Other problems are the reliance on wireless communication for meter reading which I suspect is highly susceptible to hacking and that is a whole unwanted dish of works.
Re: Hey !!! I have a great Idea
I had a long correspondence with my local electricity board last year when they wanted to put in a smart meter. I think I shot down every single reason they put up for installing it; but I suspect the killer was that at the time the British Standard for these things had not yet been agreed. They admitted that there was a possibility that the then current design might not comply with the standard when it was eventually agreed. Since then I haven't checked to see whether one has yet been agreed.
I remember that, prior to the 1997 election of the Labour Government, Jack Straw was a frequent and very vocal advocate of the need for a Freedom of Information Act. When he was made Home Secretary in that year I fully expected a quick bit of legislation to put the need for information from Government into effect. His immediate conversion to the side opposing FoI was one of the things amongst many that convinced me that politicians were not to be trusted.
TalkTalk plays 'no legal obligation' card on encryption – fails to think of the children (read: its customers)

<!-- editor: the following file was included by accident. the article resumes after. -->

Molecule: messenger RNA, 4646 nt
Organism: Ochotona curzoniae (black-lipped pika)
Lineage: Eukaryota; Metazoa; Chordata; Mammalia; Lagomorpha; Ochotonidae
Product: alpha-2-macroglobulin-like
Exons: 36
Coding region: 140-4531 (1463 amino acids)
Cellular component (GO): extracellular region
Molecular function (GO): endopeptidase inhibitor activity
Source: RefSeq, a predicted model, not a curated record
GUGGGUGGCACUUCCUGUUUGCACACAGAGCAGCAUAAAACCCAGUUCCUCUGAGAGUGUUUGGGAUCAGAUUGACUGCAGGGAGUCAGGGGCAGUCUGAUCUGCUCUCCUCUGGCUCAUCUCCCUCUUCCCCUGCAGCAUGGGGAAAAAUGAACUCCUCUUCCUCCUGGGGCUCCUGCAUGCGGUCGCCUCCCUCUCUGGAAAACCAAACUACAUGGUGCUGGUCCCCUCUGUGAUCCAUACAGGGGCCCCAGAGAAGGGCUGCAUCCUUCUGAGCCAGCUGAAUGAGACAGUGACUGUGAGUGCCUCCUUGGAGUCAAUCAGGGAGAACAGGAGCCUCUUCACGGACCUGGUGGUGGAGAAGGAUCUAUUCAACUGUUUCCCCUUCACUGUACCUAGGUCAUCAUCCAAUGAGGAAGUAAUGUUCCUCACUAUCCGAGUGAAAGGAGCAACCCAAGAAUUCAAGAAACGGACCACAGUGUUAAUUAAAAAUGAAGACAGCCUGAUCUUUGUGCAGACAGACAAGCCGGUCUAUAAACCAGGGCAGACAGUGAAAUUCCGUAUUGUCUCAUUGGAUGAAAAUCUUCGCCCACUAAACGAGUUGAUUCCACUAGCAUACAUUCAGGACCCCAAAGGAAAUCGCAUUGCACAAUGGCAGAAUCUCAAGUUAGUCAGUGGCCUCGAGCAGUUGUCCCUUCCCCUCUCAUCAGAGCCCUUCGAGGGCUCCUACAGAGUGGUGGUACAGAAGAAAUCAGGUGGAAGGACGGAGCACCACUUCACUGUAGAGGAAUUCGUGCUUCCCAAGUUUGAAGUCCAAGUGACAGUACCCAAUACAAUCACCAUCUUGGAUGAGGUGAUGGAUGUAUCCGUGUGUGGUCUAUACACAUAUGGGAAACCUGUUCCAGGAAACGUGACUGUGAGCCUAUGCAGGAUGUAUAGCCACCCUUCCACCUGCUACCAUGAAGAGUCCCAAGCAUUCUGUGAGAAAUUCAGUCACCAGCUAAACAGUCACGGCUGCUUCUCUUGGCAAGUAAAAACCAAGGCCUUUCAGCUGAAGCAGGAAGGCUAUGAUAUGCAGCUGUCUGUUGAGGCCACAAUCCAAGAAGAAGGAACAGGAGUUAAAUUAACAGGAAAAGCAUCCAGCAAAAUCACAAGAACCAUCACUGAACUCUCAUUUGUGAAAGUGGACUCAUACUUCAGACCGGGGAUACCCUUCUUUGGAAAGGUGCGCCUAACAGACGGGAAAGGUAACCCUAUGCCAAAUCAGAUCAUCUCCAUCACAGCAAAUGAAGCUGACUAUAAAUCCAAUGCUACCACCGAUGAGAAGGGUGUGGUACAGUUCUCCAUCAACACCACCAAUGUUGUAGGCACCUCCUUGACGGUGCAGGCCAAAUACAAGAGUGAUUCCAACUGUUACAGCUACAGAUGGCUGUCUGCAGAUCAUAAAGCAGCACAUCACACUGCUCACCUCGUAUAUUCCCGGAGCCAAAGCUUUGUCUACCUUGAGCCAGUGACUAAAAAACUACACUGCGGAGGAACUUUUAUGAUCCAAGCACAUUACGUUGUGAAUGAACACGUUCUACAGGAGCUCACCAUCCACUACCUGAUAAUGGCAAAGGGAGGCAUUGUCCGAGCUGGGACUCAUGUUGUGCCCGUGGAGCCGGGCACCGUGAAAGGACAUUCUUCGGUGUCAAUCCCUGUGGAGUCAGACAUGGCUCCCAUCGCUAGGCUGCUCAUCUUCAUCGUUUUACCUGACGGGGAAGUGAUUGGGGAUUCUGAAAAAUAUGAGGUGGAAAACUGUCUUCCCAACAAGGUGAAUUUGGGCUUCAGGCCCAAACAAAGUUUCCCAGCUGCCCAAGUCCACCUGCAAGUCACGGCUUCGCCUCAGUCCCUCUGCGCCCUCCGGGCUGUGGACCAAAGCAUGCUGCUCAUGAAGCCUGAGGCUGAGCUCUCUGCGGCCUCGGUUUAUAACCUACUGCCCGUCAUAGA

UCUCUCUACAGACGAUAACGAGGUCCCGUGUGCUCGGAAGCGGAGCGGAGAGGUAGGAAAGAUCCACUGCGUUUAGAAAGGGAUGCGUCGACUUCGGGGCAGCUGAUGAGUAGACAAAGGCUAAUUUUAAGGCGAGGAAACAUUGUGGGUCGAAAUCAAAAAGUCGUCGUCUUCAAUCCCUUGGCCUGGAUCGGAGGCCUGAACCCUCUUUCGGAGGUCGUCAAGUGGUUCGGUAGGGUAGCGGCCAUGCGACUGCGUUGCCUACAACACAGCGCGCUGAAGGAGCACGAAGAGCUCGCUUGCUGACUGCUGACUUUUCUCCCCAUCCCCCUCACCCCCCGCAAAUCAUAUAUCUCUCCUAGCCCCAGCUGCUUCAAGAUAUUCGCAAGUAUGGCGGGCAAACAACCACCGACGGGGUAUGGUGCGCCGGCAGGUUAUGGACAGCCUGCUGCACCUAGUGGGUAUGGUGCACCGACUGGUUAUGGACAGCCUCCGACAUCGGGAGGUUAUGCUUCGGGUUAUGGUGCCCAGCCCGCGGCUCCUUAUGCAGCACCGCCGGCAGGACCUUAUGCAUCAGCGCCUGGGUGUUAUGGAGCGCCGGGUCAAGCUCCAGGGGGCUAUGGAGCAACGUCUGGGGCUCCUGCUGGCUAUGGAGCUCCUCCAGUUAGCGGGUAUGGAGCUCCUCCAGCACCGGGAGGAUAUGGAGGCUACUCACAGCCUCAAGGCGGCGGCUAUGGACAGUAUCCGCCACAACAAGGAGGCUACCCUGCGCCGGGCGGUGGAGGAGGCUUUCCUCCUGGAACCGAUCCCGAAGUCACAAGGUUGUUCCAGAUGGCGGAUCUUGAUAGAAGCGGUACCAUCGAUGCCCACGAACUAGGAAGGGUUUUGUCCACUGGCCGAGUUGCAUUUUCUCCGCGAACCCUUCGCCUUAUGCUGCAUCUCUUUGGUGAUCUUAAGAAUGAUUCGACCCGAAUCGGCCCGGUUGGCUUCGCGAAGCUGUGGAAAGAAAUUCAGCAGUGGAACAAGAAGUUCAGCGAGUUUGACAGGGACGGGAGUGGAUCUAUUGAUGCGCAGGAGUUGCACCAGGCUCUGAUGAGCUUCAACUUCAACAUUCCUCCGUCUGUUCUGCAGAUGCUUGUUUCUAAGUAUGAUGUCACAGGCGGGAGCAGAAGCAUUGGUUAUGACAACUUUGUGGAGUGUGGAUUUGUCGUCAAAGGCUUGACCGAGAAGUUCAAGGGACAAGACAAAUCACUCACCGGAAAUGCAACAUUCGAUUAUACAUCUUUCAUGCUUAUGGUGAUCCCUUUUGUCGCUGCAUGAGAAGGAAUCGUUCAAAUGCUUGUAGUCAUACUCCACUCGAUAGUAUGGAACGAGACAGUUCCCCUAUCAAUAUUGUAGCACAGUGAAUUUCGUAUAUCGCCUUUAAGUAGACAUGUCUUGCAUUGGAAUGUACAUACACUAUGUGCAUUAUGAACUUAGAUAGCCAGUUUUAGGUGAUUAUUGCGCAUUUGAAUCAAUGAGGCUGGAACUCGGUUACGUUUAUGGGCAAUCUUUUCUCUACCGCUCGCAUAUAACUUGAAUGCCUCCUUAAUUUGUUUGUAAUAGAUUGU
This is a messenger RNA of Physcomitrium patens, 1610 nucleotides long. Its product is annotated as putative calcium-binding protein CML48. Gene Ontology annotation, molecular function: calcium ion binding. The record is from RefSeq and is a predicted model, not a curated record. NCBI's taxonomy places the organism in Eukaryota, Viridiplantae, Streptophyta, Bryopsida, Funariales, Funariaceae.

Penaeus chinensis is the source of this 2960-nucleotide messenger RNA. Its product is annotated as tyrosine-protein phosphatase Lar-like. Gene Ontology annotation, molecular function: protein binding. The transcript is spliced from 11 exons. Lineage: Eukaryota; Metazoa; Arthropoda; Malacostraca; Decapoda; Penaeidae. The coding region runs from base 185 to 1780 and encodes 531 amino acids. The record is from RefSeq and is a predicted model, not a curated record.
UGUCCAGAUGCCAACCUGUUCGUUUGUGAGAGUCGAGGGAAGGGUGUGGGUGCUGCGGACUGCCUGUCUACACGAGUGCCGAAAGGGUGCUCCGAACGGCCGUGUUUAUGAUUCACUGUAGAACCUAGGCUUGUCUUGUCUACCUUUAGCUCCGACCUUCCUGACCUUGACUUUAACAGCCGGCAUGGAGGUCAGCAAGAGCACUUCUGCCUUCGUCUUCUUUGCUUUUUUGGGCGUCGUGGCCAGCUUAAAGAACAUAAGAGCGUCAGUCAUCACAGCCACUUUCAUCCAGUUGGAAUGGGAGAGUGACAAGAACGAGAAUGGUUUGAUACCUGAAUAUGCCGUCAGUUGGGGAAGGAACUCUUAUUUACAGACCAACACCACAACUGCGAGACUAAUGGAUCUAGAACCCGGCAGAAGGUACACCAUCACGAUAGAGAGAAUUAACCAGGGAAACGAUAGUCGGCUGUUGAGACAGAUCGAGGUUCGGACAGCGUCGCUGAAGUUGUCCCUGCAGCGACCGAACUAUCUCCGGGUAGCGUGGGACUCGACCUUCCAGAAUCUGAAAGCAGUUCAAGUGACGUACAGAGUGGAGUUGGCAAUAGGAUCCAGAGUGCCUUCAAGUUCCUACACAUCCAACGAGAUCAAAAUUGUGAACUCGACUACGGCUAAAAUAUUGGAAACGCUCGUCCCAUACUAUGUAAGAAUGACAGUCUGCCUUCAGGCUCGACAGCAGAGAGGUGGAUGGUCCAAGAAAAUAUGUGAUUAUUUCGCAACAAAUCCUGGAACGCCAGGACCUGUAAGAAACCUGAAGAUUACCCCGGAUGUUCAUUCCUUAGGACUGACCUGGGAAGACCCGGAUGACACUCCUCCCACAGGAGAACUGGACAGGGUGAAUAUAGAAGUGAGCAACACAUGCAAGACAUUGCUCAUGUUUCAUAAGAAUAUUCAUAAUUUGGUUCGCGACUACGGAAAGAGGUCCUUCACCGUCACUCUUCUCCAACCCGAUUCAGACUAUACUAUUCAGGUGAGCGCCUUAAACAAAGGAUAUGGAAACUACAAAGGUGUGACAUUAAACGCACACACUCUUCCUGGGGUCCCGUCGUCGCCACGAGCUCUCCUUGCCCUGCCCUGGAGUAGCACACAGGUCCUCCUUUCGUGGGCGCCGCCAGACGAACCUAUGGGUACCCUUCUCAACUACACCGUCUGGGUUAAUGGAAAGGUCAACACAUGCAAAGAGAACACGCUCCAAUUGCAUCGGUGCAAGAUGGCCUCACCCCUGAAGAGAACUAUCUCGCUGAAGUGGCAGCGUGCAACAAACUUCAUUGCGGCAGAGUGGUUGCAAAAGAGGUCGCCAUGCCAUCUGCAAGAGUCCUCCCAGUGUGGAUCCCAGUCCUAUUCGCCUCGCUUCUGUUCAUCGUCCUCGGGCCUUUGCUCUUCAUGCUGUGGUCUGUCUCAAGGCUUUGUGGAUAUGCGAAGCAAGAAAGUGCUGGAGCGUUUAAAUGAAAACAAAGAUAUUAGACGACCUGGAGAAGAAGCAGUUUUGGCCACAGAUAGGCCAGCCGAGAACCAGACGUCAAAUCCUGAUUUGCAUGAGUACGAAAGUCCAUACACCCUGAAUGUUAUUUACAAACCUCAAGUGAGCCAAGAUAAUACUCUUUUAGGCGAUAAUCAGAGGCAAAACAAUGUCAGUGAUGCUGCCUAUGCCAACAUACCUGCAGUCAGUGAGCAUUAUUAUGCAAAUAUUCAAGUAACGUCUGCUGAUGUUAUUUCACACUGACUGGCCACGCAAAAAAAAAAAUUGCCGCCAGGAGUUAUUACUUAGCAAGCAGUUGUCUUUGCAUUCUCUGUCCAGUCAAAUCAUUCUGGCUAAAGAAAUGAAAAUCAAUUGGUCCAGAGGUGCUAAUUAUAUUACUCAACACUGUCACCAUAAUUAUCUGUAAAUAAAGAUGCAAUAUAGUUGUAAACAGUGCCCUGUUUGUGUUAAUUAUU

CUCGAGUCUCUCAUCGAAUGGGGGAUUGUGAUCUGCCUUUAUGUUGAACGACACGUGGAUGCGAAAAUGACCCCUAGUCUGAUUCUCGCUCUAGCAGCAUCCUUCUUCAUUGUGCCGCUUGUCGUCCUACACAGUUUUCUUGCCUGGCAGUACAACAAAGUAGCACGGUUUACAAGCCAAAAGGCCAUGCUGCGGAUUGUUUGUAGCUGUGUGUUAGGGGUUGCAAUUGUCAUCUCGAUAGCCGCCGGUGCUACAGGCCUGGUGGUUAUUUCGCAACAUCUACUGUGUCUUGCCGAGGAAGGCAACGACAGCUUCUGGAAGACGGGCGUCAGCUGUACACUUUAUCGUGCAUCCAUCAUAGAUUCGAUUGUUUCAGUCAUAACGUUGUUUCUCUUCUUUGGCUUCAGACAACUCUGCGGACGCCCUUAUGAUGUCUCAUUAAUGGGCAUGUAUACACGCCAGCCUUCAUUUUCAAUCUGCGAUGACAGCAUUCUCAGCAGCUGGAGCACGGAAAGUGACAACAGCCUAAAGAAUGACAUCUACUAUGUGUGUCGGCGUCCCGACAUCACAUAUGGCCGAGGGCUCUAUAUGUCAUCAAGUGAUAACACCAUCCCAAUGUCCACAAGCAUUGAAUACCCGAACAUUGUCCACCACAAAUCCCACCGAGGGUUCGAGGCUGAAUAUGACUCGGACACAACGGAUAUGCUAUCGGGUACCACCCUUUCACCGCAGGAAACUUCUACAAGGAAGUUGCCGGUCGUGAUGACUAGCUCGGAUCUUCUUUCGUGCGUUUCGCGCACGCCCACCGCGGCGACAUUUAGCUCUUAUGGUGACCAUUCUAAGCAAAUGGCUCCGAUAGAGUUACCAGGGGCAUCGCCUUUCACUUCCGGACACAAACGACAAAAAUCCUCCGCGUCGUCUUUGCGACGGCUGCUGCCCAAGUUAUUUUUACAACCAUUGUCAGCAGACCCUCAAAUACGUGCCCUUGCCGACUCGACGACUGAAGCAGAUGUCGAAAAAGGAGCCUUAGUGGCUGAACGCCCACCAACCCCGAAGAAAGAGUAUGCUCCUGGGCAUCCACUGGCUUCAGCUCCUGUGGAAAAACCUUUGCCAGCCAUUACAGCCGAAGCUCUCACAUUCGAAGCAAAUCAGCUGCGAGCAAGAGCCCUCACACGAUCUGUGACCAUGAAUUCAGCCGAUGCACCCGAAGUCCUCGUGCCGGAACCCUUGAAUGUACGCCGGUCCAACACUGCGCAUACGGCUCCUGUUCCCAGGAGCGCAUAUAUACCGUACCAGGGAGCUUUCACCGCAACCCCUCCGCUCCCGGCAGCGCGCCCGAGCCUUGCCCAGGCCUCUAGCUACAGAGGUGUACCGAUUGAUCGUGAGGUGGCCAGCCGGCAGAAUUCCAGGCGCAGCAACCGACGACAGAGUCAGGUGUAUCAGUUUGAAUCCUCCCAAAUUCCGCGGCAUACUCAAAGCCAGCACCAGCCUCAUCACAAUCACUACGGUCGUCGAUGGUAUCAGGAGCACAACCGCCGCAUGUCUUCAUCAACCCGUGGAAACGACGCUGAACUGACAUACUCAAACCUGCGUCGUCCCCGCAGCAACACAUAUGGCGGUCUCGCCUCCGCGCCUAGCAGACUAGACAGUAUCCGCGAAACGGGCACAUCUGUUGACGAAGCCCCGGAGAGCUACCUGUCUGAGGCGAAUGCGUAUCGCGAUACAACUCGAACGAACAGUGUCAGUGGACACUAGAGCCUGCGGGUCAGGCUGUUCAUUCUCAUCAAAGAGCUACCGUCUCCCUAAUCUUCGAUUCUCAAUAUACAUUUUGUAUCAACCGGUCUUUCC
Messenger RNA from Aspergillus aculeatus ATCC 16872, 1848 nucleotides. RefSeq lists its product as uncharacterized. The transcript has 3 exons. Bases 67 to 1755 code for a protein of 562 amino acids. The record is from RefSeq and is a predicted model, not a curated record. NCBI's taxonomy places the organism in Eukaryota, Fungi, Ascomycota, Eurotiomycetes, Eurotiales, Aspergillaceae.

That way lies madness. In a similar parallel situation my late wife used to wonder why her GP looked at her a bit strangely when answering the question of how much alcohol she drank. Only later did she find out that GPs automatically assume that people halve the amount before answering that question and therefore they double it when hearing the answer.
Similarly setting unrealistic targets can result in people fiddling the figures until the whole thing collapses and eventually proper changes have to be made. The current hoo-hah about diesel engines is as good a current example as any. Banks selling useless insurance is another example. Eventually it all gets found out and the short term gains are overwhelmed by the long term losses.
Re: Smoke and Mirrors
"So, in scenario 1) GDP is final sales minus imports, £10k, in scenario 2) GDP is final sales minus imports: £10k."
No - if your arithmetic method is right the only available figure for scenario 1 was £100k which, by your reckoning must be the GDP figure. And did you not understand what the G in GDP stands for. Gross product not Net
Smoke and Mirrors
Economics is one of those fairyland concepts that is so flexible you can make it whatever you want. It can't even measure anything sensibly. Take this example affecting GNP.
A company importing meat from Argentina and packaging it and selling it as pet food. Assume for the sake of this example that its turnover was £100 000pa. Entrepreneur buys the company (call it A); forms a new company (B). Now A does the import and sells the raw import to B for £90 000pa and B packages the goods and sells for £100 000pa as before. Result: the same physical activity now split between two companies had raised the share of GNP from £100 000 to £190 000. I.e. it has almost doubled it using smoke and mirrors.